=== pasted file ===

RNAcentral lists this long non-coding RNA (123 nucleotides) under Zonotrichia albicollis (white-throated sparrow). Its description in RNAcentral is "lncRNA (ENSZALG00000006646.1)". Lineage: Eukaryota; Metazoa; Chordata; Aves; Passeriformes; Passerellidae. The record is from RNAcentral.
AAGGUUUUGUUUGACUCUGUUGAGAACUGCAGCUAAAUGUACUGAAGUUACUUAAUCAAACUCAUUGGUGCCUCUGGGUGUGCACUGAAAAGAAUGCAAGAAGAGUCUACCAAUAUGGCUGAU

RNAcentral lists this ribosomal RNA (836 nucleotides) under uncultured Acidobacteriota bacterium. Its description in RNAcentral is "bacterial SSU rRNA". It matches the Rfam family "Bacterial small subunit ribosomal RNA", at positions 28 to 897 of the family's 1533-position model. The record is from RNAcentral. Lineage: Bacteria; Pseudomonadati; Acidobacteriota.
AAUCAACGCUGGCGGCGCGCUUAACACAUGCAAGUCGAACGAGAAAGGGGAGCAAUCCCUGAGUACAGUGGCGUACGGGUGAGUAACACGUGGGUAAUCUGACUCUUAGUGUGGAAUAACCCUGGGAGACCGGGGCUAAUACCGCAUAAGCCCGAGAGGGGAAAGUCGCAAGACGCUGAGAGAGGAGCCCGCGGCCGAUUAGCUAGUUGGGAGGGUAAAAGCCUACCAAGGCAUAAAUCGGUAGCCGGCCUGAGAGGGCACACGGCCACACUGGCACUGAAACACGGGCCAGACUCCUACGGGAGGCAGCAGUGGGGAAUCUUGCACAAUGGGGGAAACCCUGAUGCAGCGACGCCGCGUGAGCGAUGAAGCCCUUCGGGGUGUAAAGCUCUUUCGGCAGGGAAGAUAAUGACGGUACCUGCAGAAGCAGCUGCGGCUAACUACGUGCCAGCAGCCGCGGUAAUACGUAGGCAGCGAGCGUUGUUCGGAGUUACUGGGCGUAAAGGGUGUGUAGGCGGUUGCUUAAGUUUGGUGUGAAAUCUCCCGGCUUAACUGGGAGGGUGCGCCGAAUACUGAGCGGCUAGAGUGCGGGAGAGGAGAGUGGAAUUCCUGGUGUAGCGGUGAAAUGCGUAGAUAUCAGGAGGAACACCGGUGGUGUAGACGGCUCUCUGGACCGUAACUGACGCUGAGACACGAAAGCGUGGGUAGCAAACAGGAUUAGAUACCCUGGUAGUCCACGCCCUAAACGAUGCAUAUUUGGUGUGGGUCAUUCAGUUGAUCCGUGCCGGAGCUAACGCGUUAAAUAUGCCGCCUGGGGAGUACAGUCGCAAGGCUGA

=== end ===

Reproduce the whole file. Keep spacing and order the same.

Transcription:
RNAcentral lists this long non-coding RNA (123 nucleotides) under Zonotrichia albicollis (white-throated sparrow). Its description in RNAcentral is "lncRNA (ENSZALG00000006646.1)". Lineage: Eukaryota; Metazoa; Chordata; Aves; Passeriformes; Passerellidae. The record is from RNAcentral.
AAGGUUUUGUUUGACUCUGUUGAGAACUGCAGCUAAAUGUACUGAAGUUACUUAAUCAAACUCAUUGGUGCCUCUGGGUGUGCACUGAAAAGAAUGCAAGAAGAGUCUACCAAUAUGGCUGAU

RNAcentral lists this ribosomal RNA (836 nucleotides) under uncultured Acidobacteriota bacterium. Its description in RNAcentral is "bacterial SSU rRNA". It matches the Rfam family "Bacterial small subunit ribosomal RNA", at positions 28 to 897 of the family's 1533-position model. The record is from RNAcentral. Lineage: Bacteria; Pseudomonadati; Acidobacteriota.
AAUCAACGCUGGCGGCGCGCUUAACACAUGCAAGUCGAACGAGAAAGGGGAGCAAUCCCUGAGUACAGUGGCGUACGGGUGAGUAACACGUGGGUAAUCUGACUCUUAGUGUGGAAUAACCCUGGGAGACCGGGGCUAAUACCGCAUAAGCCCGAGAGGGGAAAGUCGCAAGACGCUGAGAGAGGAGCCCGCGGCCGAUUAGCUAGUUGGGAGGGUAAAAGCCUACCAAGGCAUAAAUCGGUAGCCGGCCUGAGAGGGCACACGGCCACACUGGCACUGAAACACGGGCCAGACUCCUACGGGAGGCAGCAGUGGGGAAUCUUGCACAAUGGGGGAAACCCUGAUGCAGCGACGCCGCGUGAGCGAUGAAGCCCUUCGGGGUGUAAAGCUCUUUCGGCAGGGAAGAUAAUGACGGUACCUGCAGAAGCAGCUGCGGCUAACUACGUGCCAGCAGCCGCGGUAAUACGUAGGCAGCGAGCGUUGUUCGGAGUUACUGGGCGUAAAGGGUGUGUAGGCGGUUGCUUAAGUUUGGUGUGAAAUCUCCCGGCUUAACUGGGAGGGUGCGCCGAAUACUGAGCGGCUAGAGUGCGGGAGAGGAGAGUGGAAUUCCUGGUGUAGCGGUGAAAUGCGUAGAUAUCAGGAGGAACACCGGUGGUGUAGACGGCUCUCUGGACCGUAACUGACGCUGAGACACGAAAGCGUGGGUAGCAAACAGGAUUAGAUACCCUGGUAGUCCACGCCCUAAACGAUGCAUAUUUGGUGUGGGUCAUUCAGUUGAUCCGUGCCGGAGCUAACGCGUUAAAUAUGCCGCCUGGGGAGUACAGUCGCAAGGCUGA